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The World Bank Group’s response to illicit financial flows : a stocktaking (English)

The term illicit financial flows (IFF) began to appear in the 1990s to describe a number of cross border activities. The term was initially strongly associated with capital flight. It now generally refers to cross-border movement of capital associated with illegal activity or more explicitly, money that is illegally earned, transferred, or used that crosses borders. This falls into three main areas: the acts themselves are illegal (for example, corruption, tax evasion); or the funds are the results of illegal acts (for example, smuggling and trafficking in minerals, wildlife, drugs, and people); or the funds are used for illegal purposes (for example, financing of organized crime). The World Bank Group’s (WBG’s) approach to IFFs emphasizes the importance of addressing the illicit flows themselves, as well as the underlying activities. This paper documents WBG experience and presents the future direction of its work on IFFs. In order to inform future work on IFFs, this note defines IFFs and sets out WBG experience working on them to date. Also, it presents some areas for future activities to take up this challenge.

Details

  • Document Date

    2016/03/22

  • Document Type

    Board Report

  • Report Number

    104568

  • Volume No

    1

  • Total Volume(s)

    1

  • Country

    World,

  • Region

    The World Region,

  • Disclosure Date

    2016/04/05

  • Disclosure Status

    Disclosed

  • Doc Name

    The World Bank Group’s response to illicit financial flows : a stocktaking

  • Keywords

    Tax Evasion;Environment and Natural Resources;transfer pricing;modernization of the public sector;Trade and Transport;trade and transportation;justice sector;financing development;asset recovery;exchange of tax information;public availability of information;fragile and conflict state;law enforcement official;increase in tax revenue;Oil and Gas Sector;impact of policy choices;Management of Natural Resources;Fragile & Conflict-Affected States;finance and markets;stolen assets;trade and competitiveness;Rule of Law;illicit financial flows;flow of information;mutual legal assistance;program of support;organized crime;Extractive Industry;law enforcement authority;Public Financial Management;peer review process;conflicts of interest;list of countries;Natural Resource Management;civil society group;movement of fund;public sector integrity;implications for development;natural resource exploitation;domestic resource mobilization;conflict and violence;international legal agreements;capacity building program;increasing tax revenue;access to justice;public service delivery;implementation of reform;level of collaboration;diversion of money;proceeds of crime;categories of income;reimbursable advisory services;tax avoidance activity;risk of corruption;access to banking;justice sector reform;ministries of justice;opportunities for corruption;political economy study;private sector representative;basis of knowledge;national integrity system;resource management strategy;amount of oil;private sector entities;natural resource extraction;law enforcement agencies;mining tax administration;series of workshops;economic growth perspective;body of knowledge;types of firms;management of asset;security and development;Legal Vice Presidency;exchange of good;domestic crude oil;capacity building support;inflow of capital;scale and scope;law enforcement body;authority of law;money laundering;illicit fund;extractive sector;border control;tax authorities;tax authority;illegal activities;international cooperation;international community;cross-border movement;International Trade;customs operation;commercial activity;international standard;Criminal justice;resource-rich country;regional network;mineral extraction;illegal logging;institutional strengthening;financial regulation;public official;shadow economy;trade statistic;fight corruption;Justice Reform;regulatory quality;oil sector;international tax;illegal trade;multilateral development;illegal exploitation;vested interests;international level;developmental impact;international body;tax planning;operational level;lost revenue;financial center;analytical tool;sectoral studies;Regional Studies;cross border;financial system;political connections;illicit activity;border crossing;assessment system;drug traffic;poor community;private investment;performance management;action agenda;tax payment;ongoing support;innovative governance;illegal income;customs reform;discretionary authority;illegal workers;corruption trends;customs fraud;theoretical model;public resource;judicial institution;policy formulation;increasing transparency;national strategy;common strategies;international efforts;financial oversight;remedial action;public finance;anticorruption agency;enforcement agency;capital movement;good governance;global network;financial regulator;audit agency;asset declaration;illicit enrichment;civil conflict;global economy;Asset Disclosure;south sudan;fiscal transparency;prosecutorial authority;active portfolio;plenary session;border cooperation;Public Spending;environmental crime;criminal conduct;fraudulent activity;illicit trade;reform process;state capture;detailed examination;regulatory regime;information base;performance contract;Tax Reform;international commitment;legal drafters;rigorous analysis;knowledge product;judicial governance;asset return;international initiative;Trade Policies;Trade Policy;draft law;illegal fund;significant challenge;broad consensus;independent party;political competition;goods trade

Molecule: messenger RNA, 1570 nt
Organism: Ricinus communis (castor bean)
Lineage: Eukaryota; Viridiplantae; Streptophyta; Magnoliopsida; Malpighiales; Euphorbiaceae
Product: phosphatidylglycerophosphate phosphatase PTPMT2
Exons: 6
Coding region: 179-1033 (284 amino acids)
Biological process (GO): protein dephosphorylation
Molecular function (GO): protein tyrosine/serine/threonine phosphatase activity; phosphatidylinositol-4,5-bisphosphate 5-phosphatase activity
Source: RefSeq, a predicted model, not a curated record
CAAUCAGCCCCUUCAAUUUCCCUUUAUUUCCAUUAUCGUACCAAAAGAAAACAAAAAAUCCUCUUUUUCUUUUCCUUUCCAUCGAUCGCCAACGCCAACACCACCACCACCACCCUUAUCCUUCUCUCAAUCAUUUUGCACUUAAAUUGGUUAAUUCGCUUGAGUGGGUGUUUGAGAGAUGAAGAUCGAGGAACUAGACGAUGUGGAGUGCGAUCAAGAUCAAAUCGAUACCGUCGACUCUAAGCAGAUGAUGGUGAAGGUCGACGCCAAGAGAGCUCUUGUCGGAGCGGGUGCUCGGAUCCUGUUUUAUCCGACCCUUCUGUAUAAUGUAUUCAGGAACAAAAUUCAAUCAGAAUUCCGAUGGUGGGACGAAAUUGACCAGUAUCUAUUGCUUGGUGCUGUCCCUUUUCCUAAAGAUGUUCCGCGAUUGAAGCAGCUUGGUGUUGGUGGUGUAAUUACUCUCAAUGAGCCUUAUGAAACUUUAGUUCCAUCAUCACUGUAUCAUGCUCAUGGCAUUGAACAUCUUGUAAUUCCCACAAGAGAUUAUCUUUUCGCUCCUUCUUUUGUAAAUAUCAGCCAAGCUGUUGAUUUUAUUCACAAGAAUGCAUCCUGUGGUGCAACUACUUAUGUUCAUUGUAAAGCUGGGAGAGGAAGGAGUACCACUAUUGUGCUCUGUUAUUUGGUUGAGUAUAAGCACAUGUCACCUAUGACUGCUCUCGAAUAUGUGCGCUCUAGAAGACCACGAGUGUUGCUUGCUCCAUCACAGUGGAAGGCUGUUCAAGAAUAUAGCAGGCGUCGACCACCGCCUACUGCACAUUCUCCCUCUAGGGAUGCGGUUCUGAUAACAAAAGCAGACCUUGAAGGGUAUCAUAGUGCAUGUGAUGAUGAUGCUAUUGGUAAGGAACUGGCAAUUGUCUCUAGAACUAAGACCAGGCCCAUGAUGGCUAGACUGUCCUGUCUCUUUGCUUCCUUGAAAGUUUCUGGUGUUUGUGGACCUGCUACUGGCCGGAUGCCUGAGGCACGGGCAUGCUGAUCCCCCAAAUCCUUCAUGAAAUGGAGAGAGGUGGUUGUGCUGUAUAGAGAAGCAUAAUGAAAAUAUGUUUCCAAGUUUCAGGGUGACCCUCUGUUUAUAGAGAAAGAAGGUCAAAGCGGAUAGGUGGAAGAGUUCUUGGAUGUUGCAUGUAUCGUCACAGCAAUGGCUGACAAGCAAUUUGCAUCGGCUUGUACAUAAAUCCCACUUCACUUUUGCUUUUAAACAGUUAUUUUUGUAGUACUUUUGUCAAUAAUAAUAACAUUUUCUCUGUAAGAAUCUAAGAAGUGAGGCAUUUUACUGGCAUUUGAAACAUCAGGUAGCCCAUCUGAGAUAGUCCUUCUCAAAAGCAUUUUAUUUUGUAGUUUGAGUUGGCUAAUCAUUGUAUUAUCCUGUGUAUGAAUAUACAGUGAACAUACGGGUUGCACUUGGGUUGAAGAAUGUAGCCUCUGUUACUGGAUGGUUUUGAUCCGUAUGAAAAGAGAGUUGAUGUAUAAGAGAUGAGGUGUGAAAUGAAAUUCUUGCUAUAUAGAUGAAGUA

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Citation

The World Bank Group’s response to illicit financial flows : a stocktaking (English). Washington, D.C. : World Bank Group. http://documents.worldbank.org/curated/en/502341468179035132/The-World-Bank-Group-s-response-to-illicit-financial-flows-a-stocktaking